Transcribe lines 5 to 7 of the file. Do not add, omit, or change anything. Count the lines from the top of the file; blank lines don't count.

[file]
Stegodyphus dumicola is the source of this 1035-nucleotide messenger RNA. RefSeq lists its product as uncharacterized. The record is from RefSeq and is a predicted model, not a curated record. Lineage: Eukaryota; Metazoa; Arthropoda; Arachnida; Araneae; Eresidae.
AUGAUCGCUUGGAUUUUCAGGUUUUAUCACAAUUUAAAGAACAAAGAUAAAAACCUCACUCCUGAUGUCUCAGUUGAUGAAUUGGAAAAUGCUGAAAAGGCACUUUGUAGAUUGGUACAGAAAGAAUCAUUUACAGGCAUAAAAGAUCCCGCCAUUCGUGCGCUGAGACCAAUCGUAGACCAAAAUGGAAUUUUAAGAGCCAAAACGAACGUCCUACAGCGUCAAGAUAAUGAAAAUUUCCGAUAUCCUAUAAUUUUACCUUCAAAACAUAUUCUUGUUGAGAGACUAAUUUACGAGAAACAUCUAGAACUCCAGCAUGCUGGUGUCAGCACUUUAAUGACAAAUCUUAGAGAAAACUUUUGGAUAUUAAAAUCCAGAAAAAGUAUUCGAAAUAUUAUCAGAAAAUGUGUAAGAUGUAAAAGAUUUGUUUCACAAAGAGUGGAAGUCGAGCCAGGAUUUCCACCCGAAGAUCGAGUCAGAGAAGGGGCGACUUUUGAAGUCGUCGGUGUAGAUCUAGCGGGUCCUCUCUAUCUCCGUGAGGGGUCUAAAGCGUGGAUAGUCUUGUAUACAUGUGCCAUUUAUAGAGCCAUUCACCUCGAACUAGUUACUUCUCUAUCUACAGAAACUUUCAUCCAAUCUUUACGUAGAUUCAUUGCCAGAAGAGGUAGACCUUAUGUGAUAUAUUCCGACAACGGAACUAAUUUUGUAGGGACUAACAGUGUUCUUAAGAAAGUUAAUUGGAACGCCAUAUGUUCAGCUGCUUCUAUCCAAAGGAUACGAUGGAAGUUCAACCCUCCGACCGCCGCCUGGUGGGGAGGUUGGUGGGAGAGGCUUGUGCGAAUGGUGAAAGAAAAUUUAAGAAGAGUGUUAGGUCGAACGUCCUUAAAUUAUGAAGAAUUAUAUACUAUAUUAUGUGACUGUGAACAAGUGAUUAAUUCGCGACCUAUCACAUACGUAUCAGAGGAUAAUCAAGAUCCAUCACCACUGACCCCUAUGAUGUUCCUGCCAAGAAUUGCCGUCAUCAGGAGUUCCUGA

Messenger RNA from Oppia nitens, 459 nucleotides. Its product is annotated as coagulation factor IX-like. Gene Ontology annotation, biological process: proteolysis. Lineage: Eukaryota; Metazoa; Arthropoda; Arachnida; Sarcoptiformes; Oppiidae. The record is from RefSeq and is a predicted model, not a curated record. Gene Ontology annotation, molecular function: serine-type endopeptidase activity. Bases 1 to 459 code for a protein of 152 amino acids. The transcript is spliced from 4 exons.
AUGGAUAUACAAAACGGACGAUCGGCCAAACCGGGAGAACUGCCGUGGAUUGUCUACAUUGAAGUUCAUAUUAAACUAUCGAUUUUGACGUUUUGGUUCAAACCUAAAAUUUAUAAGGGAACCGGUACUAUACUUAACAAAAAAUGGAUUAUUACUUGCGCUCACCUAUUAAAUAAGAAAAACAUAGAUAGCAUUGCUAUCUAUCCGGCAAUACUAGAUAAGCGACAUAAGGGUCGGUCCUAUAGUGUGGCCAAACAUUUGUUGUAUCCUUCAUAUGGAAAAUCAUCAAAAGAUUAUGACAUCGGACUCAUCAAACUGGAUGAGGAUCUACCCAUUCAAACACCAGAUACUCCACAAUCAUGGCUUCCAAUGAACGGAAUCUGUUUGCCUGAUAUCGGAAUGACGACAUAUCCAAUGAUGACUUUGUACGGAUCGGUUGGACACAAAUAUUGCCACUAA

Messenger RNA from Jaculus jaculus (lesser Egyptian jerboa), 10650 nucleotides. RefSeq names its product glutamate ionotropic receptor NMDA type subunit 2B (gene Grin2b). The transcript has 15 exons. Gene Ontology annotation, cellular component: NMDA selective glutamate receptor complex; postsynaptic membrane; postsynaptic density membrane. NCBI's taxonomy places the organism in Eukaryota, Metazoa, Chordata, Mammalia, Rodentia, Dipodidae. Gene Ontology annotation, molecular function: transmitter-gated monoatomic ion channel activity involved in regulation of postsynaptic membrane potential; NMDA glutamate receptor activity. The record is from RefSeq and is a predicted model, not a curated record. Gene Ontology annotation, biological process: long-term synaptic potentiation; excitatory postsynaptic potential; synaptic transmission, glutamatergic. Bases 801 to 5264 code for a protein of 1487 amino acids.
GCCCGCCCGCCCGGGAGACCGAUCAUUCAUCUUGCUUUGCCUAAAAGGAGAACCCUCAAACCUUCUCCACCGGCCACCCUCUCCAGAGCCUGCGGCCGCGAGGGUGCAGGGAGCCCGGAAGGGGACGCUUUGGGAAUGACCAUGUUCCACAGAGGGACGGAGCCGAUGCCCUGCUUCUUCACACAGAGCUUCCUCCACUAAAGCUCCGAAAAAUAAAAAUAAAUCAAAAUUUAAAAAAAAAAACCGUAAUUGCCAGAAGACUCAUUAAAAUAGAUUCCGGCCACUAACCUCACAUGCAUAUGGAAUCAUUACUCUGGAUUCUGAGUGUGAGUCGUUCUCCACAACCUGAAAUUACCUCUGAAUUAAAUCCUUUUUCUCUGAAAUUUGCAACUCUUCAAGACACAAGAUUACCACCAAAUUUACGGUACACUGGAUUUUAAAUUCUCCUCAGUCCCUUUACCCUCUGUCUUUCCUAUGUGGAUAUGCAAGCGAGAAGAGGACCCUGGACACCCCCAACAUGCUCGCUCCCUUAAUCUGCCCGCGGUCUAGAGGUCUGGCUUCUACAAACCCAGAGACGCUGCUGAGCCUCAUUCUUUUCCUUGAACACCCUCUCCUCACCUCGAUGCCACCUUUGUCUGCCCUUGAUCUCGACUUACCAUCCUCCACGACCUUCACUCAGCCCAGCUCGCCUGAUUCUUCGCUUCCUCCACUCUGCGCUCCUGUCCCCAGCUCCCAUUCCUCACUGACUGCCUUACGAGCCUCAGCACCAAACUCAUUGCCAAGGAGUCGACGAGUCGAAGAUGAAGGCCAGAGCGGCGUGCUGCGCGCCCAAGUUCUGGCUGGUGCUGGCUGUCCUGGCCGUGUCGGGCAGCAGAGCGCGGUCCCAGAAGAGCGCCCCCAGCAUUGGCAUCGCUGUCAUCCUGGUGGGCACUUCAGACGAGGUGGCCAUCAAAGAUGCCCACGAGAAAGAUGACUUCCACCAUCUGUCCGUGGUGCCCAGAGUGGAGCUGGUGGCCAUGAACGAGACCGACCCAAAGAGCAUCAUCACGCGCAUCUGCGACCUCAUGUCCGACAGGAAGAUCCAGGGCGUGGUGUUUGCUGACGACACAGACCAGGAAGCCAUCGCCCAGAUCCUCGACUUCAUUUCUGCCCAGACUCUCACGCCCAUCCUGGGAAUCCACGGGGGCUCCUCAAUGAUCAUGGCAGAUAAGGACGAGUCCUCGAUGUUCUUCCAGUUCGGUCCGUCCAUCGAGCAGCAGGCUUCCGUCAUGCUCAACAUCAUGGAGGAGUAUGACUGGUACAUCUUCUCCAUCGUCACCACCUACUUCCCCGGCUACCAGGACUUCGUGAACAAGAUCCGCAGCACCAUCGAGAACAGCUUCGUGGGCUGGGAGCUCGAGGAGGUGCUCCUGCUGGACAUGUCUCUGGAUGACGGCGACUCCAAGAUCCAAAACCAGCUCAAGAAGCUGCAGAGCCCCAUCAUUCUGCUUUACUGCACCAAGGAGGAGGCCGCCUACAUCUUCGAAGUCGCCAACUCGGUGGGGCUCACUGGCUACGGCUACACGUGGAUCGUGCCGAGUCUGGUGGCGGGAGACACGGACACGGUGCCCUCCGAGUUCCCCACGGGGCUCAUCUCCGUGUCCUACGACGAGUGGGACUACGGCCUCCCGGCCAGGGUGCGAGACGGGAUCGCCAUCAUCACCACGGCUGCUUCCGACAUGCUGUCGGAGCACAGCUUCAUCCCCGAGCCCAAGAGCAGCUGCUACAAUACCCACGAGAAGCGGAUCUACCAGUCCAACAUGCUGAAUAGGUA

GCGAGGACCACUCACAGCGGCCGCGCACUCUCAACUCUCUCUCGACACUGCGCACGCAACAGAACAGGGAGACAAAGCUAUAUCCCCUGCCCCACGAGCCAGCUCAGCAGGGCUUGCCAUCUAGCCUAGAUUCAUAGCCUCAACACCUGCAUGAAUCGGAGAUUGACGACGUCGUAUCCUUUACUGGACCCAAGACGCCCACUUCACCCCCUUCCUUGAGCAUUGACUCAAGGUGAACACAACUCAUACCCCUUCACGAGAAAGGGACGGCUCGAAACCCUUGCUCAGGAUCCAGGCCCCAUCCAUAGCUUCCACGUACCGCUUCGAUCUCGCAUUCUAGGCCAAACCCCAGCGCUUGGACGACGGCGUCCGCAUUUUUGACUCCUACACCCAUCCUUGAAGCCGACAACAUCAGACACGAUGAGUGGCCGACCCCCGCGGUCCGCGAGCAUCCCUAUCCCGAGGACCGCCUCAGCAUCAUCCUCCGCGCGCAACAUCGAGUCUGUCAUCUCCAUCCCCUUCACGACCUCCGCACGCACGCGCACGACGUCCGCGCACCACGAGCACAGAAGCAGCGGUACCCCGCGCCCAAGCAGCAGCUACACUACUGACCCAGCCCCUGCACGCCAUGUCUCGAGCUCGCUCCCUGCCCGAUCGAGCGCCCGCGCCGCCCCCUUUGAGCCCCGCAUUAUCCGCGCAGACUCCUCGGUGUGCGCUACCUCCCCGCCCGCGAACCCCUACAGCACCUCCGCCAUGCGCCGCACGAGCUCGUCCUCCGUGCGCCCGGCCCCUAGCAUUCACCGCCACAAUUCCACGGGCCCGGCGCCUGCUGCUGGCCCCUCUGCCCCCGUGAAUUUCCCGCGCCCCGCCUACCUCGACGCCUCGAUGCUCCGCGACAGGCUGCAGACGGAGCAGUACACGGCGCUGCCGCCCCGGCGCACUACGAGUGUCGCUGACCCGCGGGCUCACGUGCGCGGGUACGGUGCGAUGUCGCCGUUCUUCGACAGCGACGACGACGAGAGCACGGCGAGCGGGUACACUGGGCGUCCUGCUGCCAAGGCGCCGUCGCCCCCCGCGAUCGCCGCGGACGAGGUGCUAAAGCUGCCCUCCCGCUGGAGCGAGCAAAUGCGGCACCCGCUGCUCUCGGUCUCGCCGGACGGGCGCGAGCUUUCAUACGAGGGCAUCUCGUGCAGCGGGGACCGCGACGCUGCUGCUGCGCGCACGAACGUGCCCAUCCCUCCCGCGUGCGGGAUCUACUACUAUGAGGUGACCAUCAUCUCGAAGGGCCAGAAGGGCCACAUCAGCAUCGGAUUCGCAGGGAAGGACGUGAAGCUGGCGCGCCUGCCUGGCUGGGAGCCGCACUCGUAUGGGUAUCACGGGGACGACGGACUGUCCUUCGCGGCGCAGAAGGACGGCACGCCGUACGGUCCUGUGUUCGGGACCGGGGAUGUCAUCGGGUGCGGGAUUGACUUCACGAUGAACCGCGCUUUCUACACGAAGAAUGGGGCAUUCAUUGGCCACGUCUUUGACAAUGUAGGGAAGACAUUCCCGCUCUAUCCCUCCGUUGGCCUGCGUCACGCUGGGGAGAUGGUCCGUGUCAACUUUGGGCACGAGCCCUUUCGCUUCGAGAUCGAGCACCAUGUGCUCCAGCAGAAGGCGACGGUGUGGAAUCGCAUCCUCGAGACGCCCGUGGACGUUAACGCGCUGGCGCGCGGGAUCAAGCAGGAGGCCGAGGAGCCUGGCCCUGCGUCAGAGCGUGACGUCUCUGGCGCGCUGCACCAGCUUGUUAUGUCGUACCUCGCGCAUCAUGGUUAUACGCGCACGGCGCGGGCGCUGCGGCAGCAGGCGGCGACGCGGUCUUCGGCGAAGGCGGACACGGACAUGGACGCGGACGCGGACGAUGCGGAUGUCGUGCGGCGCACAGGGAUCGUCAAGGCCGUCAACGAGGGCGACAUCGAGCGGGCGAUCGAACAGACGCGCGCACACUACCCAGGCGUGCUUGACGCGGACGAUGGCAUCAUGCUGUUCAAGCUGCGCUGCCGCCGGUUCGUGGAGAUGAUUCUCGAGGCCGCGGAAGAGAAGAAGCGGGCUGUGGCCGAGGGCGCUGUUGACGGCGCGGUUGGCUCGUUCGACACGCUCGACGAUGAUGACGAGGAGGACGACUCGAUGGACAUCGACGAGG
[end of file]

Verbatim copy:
Messenger RNA from Jaculus jaculus (lesser Egyptian jerboa), 10650 nucleotides. RefSeq names its product glutamate ionotropic receptor NMDA type subunit 2B (gene Grin2b). The transcript has 15 exons. Gene Ontology annotation, cellular component: NMDA selective glutamate receptor complex; postsynaptic membrane; postsynaptic density membrane. NCBI's taxonomy places the organism in Eukaryota, Metazoa, Chordata, Mammalia, Rodentia, Dipodidae. Gene Ontology annotation, molecular function: transmitter-gated monoatomic ion channel activity involved in regulation of postsynaptic membrane potential; NMDA glutamate receptor activity. The record is from RefSeq and is a predicted model, not a curated record. Gene Ontology annotation, biological process: long-term synaptic potentiation; excitatory postsynaptic potential; synaptic transmission, glutamatergic. Bases 801 to 5264 code for a protein of 1487 amino acids.
GCCCGCCCGCCCGGGAGACCGAUCAUUCAUCUUGCUUUGCCUAAAAGGAGAACCCUCAAACCUUCUCCACCGGCCACCCUCUCCAGAGCCUGCGGCCGCGAGGGUGCAGGGAGCCCGGAAGGGGACGCUUUGGGAAUGACCAUGUUCCACAGAGGGACGGAGCCGAUGCCCUGCUUCUUCACACAGAGCUUCCUCCACUAAAGCUCCGAAAAAUAAAAAUAAAUCAAAAUUUAAAAAAAAAAACCGUAAUUGCCAGAAGACUCAUUAAAAUAGAUUCCGGCCACUAACCUCACAUGCAUAUGGAAUCAUUACUCUGGAUUCUGAGUGUGAGUCGUUCUCCACAACCUGAAAUUACCUCUGAAUUAAAUCCUUUUUCUCUGAAAUUUGCAACUCUUCAAGACACAAGAUUACCACCAAAUUUACGGUACACUGGAUUUUAAAUUCUCCUCAGUCCCUUUACCCUCUGUCUUUCCUAUGUGGAUAUGCAAGCGAGAAGAGGACCCUGGACACCCCCAACAUGCUCGCUCCCUUAAUCUGCCCGCGGUCUAGAGGUCUGGCUUCUACAAACCCAGAGACGCUGCUGAGCCUCAUUCUUUUCCUUGAACACCCUCUCCUCACCUCGAUGCCACCUUUGUCUGCCCUUGAUCUCGACUUACCAUCCUCCACGACCUUCACUCAGCCCAGCUCGCCUGAUUCUUCGCUUCCUCCACUCUGCGCUCCUGUCCCCAGCUCCCAUUCCUCACUGACUGCCUUACGAGCCUCAGCACCAAACUCAUUGCCAAGGAGUCGACGAGUCGAAGAUGAAGGCCAGAGCGGCGUGCUGCGCGCCCAAGUUCUGGCUGGUGCUGGCUGUCCUGGCCGUGUCGGGCAGCAGAGCGCGGUCCCAGAAGAGCGCCCCCAGCAUUGGCAUCGCUGUCAUCCUGGUGGGCACUUCAGACGAGGUGGCCAUCAAAGAUGCCCACGAGAAAGAUGACUUCCACCAUCUGUCCGUGGUGCCCAGAGUGGAGCUGGUGGCCAUGAACGAGACCGACCCAAAGAGCAUCAUCACGCGCAUCUGCGACCUCAUGUCCGACAGGAAGAUCCAGGGCGUGGUGUUUGCUGACGACACAGACCAGGAAGCCAUCGCCCAGAUCCUCGACUUCAUUUCUGCCCAGACUCUCACGCCCAUCCUGGGAAUCCACGGGGGCUCCUCAAUGAUCAUGGCAGAUAAGGACGAGUCCUCGAUGUUCUUCCAGUUCGGUCCGUCCAUCGAGCAGCAGGCUUCCGUCAUGCUCAACAUCAUGGAGGAGUAUGACUGGUACAUCUUCUCCAUCGUCACCACCUACUUCCCCGGCUACCAGGACUUCGUGAACAAGAUCCGCAGCACCAUCGAGAACAGCUUCGUGGGCUGGGAGCUCGAGGAGGUGCUCCUGCUGGACAUGUCUCUGGAUGACGGCGACUCCAAGAUCCAAAACCAGCUCAAGAAGCUGCAGAGCCCCAUCAUUCUGCUUUACUGCACCAAGGAGGAGGCCGCCUACAUCUUCGAAGUCGCCAACUCGGUGGGGCUCACUGGCUACGGCUACACGUGGAUCGUGCCGAGUCUGGUGGCGGGAGACACGGACACGGUGCCCUCCGAGUUCCCCACGGGGCUCAUCUCCGUGUCCUACGACGAGUGGGACUACGGCCUCCCGGCCAGGGUGCGAGACGGGAUCGCCAUCAUCACCACGGCUGCUUCCGACAUGCUGUCGGAGCACAGCUUCAUCCCCGAGCCCAAGAGCAGCUGCUACAAUACCCACGAGAAGCGGAUCUACCAGUCCAACAUGCUGAAUAGGUA

GCGAGGACCACUCACAGCGGCCGCGCACUCUCAACUCUCUCUCGACACUGCGCACGCAACAGAACAGGGAGACAAAGCUAUAUCCCCUGCCCCACGAGCCAGCUCAGCAGGGCUUGCCAUCUAGCCUAGAUUCAUAGCCUCAACACCUGCAUGAAUCGGAGAUUGACGACGUCGUAUCCUUUACUGGACCCAAGACGCCCACUUCACCCCCUUCCUUGAGCAUUGACUCAAGGUGAACACAACUCAUACCCCUUCACGAGAAAGGGACGGCUCGAAACCCUUGCUCAGGAUCCAGGCCCCAUCCAUAGCUUCCACGUACCGCUUCGAUCUCGCAUUCUAGGCCAAACCCCAGCGCUUGGACGACGGCGUCCGCAUUUUUGACUCCUACACCCAUCCUUGAAGCCGACAACAUCAGACACGAUGAGUGGCCGACCCCCGCGGUCCGCGAGCAUCCCUAUCCCGAGGACCGCCUCAGCAUCAUCCUCCGCGCGCAACAUCGAGUCUGUCAUCUCCAUCCCCUUCACGACCUCCGCACGCACGCGCACGACGUCCGCGCACCACGAGCACAGAAGCAGCGGUACCCCGCGCCCAAGCAGCAGCUACACUACUGACCCAGCCCCUGCACGCCAUGUCUCGAGCUCGCUCCCUGCCCGAUCGAGCGCCCGCGCCGCCCCCUUUGAGCCCCGCAUUAUCCGCGCAGACUCCUCGGUGUGCGCUACCUCCCCGCCCGCGAACCCCUACAGCACCUCCGCCAUGCGCCGCACGAGCUCGUCCUCCGUGCGCCCGGCCCCUAGCAUUCACCGCCACAAUUCCACGGGCCCGGCGCCUGCUGCUGGCCCCUCUGCCCCCGUGAAUUUCCCGCGCCCCGCCUACCUCGACGCCUCGAUGCUCCGCGACAGGCUGCAGACGGAGCAGUACACGGCGCUGCCGCCCCGGCGCACUACGAGUGUCGCUGACCCGCGGGCUCACGUGCGCGGGUACGGUGCGAUGUCGCCGUUCUUCGACAGCGACGACGACGAGAGCACGGCGAGCGGGUACACUGGGCGUCCUGCUGCCAAGGCGCCGUCGCCCCCCGCGAUCGCCGCGGACGAGGUGCUAAAGCUGCCCUCCCGCUGGAGCGAGCAAAUGCGGCACCCGCUGCUCUCGGUCUCGCCGGACGGGCGCGAGCUUUCAUACGAGGGCAUCUCGUGCAGCGGGGACCGCGACGCUGCUGCUGCGCGCACGAACGUGCCCAUCCCUCCCGCGUGCGGGAUCUACUACUAUGAGGUGACCAUCAUCUCGAAGGGCCAGAAGGGCCACAUCAGCAUCGGAUUCGCAGGGAAGGACGUGAAGCUGGCGCGCCUGCCUGGCUGGGAGCCGCACUCGUAUGGGUAUCACGGGGACGACGGACUGUCCUUCGCGGCGCAGAAGGACGGCACGCCGUACGGUCCUGUGUUCGGGACCGGGGAUGUCAUCGGGUGCGGGAUUGACUUCACGAUGAACCGCGCUUUCUACACGAAGAAUGGGGCAUUCAUUGGCCACGUCUUUGACAAUGUAGGGAAGACAUUCCCGCUCUAUCCCUCCGUUGGCCUGCGUCACGCUGGGGAGAUGGUCCGUGUCAACUUUGGGCACGAGCCCUUUCGCUUCGAGAUCGAGCACCAUGUGCUCCAGCAGAAGGCGACGGUGUGGAAUCGCAUCCUCGAGACGCCCGUGGACGUUAACGCGCUGGCGCGCGGGAUCAAGCAGGAGGCCGAGGAGCCUGGCCCUGCGUCAGAGCGUGACGUCUCUGGCGCGCUGCACCAGCUUGUUAUGUCGUACCUCGCGCAUCAUGGUUAUACGCGCACGGCGCGGGCGCUGCGGCAGCAGGCGGCGACGCGGUCUUCGGCGAAGGCGGACACGGACAUGGACGCGGACGCGGACGAUGCGGAUGUCGUGCGGCGCACAGGGAUCGUCAAGGCCGUCAACGAGGGCGACAUCGAGCGGGCGAUCGAACAGACGCGCGCACACUACCCAGGCGUGCUUGACGCGGACGAUGGCAUCAUGCUGUUCAAGCUGCGCUGCCGCCGGUUCGUGGAGAUGAUUCUCGAGGCCGCGGAAGAGAAGAAGCGGGCUGUGGCCGAGGGCGCUGUUGACGGCGCGGUUGGCUCGUUCGACACGCUCGACGAUGAUGACGAGGAGGACGACUCGAUGGACAUCGACGAGG